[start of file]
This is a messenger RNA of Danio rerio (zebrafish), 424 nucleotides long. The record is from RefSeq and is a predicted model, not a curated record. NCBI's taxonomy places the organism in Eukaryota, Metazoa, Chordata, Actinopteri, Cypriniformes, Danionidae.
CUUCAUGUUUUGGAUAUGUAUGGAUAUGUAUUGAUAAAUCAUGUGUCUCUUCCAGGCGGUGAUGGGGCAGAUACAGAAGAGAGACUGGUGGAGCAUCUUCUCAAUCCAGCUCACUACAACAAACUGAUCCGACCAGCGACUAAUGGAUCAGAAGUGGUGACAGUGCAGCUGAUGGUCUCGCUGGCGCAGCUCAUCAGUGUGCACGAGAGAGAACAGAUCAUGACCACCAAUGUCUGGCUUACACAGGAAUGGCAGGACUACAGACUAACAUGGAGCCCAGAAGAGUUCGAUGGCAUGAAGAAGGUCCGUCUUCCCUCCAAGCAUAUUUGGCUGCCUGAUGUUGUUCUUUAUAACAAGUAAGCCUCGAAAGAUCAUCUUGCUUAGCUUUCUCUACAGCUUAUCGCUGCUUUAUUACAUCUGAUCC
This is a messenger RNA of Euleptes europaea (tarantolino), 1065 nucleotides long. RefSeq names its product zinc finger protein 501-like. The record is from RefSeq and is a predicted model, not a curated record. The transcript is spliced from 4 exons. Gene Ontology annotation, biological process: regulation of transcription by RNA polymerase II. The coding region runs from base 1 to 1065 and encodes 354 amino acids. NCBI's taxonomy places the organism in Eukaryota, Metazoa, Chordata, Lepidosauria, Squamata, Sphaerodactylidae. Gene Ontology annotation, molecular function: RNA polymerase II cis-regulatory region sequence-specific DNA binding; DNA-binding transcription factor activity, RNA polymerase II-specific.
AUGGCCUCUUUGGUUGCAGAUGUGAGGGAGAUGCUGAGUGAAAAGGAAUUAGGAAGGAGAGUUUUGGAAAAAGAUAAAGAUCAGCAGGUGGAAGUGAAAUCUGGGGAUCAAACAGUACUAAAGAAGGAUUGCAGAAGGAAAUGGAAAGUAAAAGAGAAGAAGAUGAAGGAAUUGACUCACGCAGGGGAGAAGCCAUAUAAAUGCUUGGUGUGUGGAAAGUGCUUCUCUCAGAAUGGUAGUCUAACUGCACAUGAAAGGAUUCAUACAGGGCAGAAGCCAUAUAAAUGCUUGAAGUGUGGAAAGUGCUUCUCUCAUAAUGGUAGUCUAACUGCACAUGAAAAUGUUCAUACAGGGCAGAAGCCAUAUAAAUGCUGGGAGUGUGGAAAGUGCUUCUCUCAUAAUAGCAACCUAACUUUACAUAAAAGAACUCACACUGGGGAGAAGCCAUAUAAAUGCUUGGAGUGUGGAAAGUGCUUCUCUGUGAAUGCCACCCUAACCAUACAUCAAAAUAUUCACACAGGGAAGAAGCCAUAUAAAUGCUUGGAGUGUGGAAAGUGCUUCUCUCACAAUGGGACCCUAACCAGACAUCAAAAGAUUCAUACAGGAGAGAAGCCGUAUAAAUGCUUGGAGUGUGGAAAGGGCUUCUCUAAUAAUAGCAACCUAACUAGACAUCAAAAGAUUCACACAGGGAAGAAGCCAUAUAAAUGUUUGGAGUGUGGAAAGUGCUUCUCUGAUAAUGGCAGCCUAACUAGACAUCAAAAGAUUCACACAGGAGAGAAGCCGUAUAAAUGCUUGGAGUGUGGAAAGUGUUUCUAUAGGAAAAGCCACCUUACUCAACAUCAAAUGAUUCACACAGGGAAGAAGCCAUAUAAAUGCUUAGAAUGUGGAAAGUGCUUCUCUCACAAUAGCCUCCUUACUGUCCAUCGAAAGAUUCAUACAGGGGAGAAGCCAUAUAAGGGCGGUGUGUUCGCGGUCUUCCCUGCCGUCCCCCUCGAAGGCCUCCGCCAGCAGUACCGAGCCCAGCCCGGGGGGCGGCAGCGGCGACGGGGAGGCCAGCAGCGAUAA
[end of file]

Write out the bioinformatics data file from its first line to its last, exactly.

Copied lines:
This is a messenger RNA of Danio rerio (zebrafish), 424 nucleotides long. The record is from RefSeq and is a predicted model, not a curated record. NCBI's taxonomy places the organism in Eukaryota, Metazoa, Chordata, Actinopteri, Cypriniformes, Danionidae.
CUUCAUGUUUUGGAUAUGUAUGGAUAUGUAUUGAUAAAUCAUGUGUCUCUUCCAGGCGGUGAUGGGGCAGAUACAGAAGAGAGACUGGUGGAGCAUCUUCUCAAUCCAGCUCACUACAACAAACUGAUCCGACCAGCGACUAAUGGAUCAGAAGUGGUGACAGUGCAGCUGAUGGUCUCGCUGGCGCAGCUCAUCAGUGUGCACGAGAGAGAACAGAUCAUGACCACCAAUGUCUGGCUUACACAGGAAUGGCAGGACUACAGACUAACAUGGAGCCCAGAAGAGUUCGAUGGCAUGAAGAAGGUCCGUCUUCCCUCCAAGCAUAUUUGGCUGCCUGAUGUUGUUCUUUAUAACAAGUAAGCCUCGAAAGAUCAUCUUGCUUAGCUUUCUCUACAGCUUAUCGCUGCUUUAUUACAUCUGAUCC
This is a messenger RNA of Euleptes europaea (tarantolino), 1065 nucleotides long. RefSeq names its product zinc finger protein 501-like. The record is from RefSeq and is a predicted model, not a curated record. The transcript is spliced from 4 exons. Gene Ontology annotation, biological process: regulation of transcription by RNA polymerase II. The coding region runs from base 1 to 1065 and encodes 354 amino acids. NCBI's taxonomy places the organism in Eukaryota, Metazoa, Chordata, Lepidosauria, Squamata, Sphaerodactylidae. Gene Ontology annotation, molecular function: RNA polymerase II cis-regulatory region sequence-specific DNA binding; DNA-binding transcription factor activity, RNA polymerase II-specific.
AUGGCCUCUUUGGUUGCAGAUGUGAGGGAGAUGCUGAGUGAAAAGGAAUUAGGAAGGAGAGUUUUGGAAAAAGAUAAAGAUCAGCAGGUGGAAGUGAAAUCUGGGGAUCAAACAGUACUAAAGAAGGAUUGCAGAAGGAAAUGGAAAGUAAAAGAGAAGAAGAUGAAGGAAUUGACUCACGCAGGGGAGAAGCCAUAUAAAUGCUUGGUGUGUGGAAAGUGCUUCUCUCAGAAUGGUAGUCUAACUGCACAUGAAAGGAUUCAUACAGGGCAGAAGCCAUAUAAAUGCUUGAAGUGUGGAAAGUGCUUCUCUCAUAAUGGUAGUCUAACUGCACAUGAAAAUGUUCAUACAGGGCAGAAGCCAUAUAAAUGCUGGGAGUGUGGAAAGUGCUUCUCUCAUAAUAGCAACCUAACUUUACAUAAAAGAACUCACACUGGGGAGAAGCCAUAUAAAUGCUUGGAGUGUGGAAAGUGCUUCUCUGUGAAUGCCACCCUAACCAUACAUCAAAAUAUUCACACAGGGAAGAAGCCAUAUAAAUGCUUGGAGUGUGGAAAGUGCUUCUCUCACAAUGGGACCCUAACCAGACAUCAAAAGAUUCAUACAGGAGAGAAGCCGUAUAAAUGCUUGGAGUGUGGAAAGGGCUUCUCUAAUAAUAGCAACCUAACUAGACAUCAAAAGAUUCACACAGGGAAGAAGCCAUAUAAAUGUUUGGAGUGUGGAAAGUGCUUCUCUGAUAAUGGCAGCCUAACUAGACAUCAAAAGAUUCACACAGGAGAGAAGCCGUAUAAAUGCUUGGAGUGUGGAAAGUGUUUCUAUAGGAAAAGCCACCUUACUCAACAUCAAAUGAUUCACACAGGGAAGAAGCCAUAUAAAUGCUUAGAAUGUGGAAAGUGCUUCUCUCACAAUAGCCUCCUUACUGUCCAUCGAAAGAUUCAUACAGGGGAGAAGCCAUAUAAGGGCGGUGUGUUCGCGGUCUUCCCUGCCGUCCCCCUCGAAGGCCUCCGCCAGCAGUACCGAGCCCAGCCCGGGGGGCGGCAGCGGCGACGGGGAGGCCAGCAGCGAUAA